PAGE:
Monday, 25 November 2013

Never Realised Projects

            When I was at art school in the mid-1980s one of the projects I never got off the desk was a magazine especially designed to collect never-realised projects. It would have consisted primarily of book reviews, exhibition reviews and obituaries. These would have all been fake: reviews of books that had never been written and exhibitions never staged; obituaries of lives that had never been lived. It would be a way of collecting all those ideas and plans that might be less than fully-baked but don’t deserve to be completely rejected or abandoned to the curatorship of the bottom drawer.
            I imagined that the magazine would have made a good home for some of the more incidental ideas that were circulating amongst the group of people I knew. So, for instance, if you came across a particularly odd bit of amateur collecting – say someone who had turned a garden shed into a museum dedicated to all forms of knots and knotting – then you could write a review of a guide book to micro-museums. The guide book wouldn't exist and the micro-museums could also be fictitious (how about a museum of lost keys? Or a museum dedicated to objects with shells stuck on them?). You could cover a lot of ideas in such a magazine: even, or perhaps especially, ideas you found problematic. I imagined writing an obituary about someone who after a traumatic upbringing joined the army and developed a new form of camouflage. He would test out his camouflage by sending camouflaged troops out into the countryside and he would then stand on top of a hill and see if he could spot them: if he could see them then the camouflage didn’t work; if he couldn’t then either the camouflage was working perfectly or the troops hadn’t carried out his instructions. It was an uncertain outcome. After he left the army he became an abstract painter and seemed to be in a permanent state of anxious undecidedness. Needless to say his death was a suicide.  
            The magazine would have been perfect for all those ideas you have that seem good after a few drinks in the pub, or the sort of ideas that might be suitable for someone with more resources than you had. Of course, because the magazine was itself an unrealised project it could have been an item in such a magazine (if it had existed), or it could wait for the invention of the internet and blogging to find a suitable home.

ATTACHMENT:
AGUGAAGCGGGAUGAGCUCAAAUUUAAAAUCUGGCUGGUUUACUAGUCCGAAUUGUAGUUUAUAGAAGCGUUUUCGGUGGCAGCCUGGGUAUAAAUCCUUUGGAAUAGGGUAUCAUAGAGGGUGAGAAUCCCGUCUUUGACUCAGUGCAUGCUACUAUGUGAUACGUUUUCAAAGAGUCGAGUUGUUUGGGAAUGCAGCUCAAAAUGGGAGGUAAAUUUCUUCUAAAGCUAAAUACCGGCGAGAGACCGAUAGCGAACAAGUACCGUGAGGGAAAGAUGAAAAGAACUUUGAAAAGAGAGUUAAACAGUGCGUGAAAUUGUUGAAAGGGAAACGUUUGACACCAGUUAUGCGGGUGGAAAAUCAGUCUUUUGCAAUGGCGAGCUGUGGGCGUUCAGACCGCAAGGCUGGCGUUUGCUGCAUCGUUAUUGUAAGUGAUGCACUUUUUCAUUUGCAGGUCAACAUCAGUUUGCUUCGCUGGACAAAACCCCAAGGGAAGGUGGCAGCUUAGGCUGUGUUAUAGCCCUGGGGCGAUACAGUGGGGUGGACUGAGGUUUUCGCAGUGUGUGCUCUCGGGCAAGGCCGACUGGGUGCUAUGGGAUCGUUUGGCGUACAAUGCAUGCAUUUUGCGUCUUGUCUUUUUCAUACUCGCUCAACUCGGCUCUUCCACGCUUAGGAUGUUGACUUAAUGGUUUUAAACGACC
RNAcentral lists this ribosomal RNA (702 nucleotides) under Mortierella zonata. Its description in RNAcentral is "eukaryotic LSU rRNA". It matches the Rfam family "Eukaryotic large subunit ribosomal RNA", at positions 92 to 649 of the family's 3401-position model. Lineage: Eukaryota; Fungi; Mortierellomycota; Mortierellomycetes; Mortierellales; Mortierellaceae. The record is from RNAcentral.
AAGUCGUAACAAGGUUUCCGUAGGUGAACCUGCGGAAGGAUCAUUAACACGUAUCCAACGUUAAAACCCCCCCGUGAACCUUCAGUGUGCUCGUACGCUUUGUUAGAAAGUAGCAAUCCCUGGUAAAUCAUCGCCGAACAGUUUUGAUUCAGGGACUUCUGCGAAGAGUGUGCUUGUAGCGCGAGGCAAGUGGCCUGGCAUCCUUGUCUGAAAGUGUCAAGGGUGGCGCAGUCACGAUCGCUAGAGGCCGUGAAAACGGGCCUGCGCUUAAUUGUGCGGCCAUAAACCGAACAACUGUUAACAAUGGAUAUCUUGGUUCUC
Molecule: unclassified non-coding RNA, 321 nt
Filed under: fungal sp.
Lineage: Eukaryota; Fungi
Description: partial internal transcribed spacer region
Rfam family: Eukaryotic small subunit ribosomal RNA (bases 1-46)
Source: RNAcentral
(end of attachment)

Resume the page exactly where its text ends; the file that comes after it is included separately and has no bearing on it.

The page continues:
The other day I came across an old art catalogue from the 1980s (Endgame: Reference and Simulation in Recent Painting and Sculpture – it was an exhibition in Boston, USA in 1986). I must have bought it at about the same time I was imaging a magazine of unrealised projects. Inside is an essay by Thomas Crow. Crow writes about a made-up art critic who provides an effusive critical review of the exhibition by the made-up painter Hank Herron. Herron’s paintings in the 1970s consisted of making exact copies of the work of the abstract painter Frank Stella, a painter who actually existed and is still alive today. Stella made his name as a sort of post-painterly-post-abstract-expressionist-hard-edged-intellectualist painter who was exhibiting from about the end of the 1950s. He was painterly minimalist, who in the 1980s reinvented himself as a painterly maximalist. The made-up critic was claiming that the copies were better than the originals because they critically explored the hollowness of originality and the uncertainty of authenticity. It was a joke – a pastiche, a parody of what would become a world of artworks that cited other artworks. The article by the made-up critic was called ‘The Fake as More’.

No comments:

Post a Comment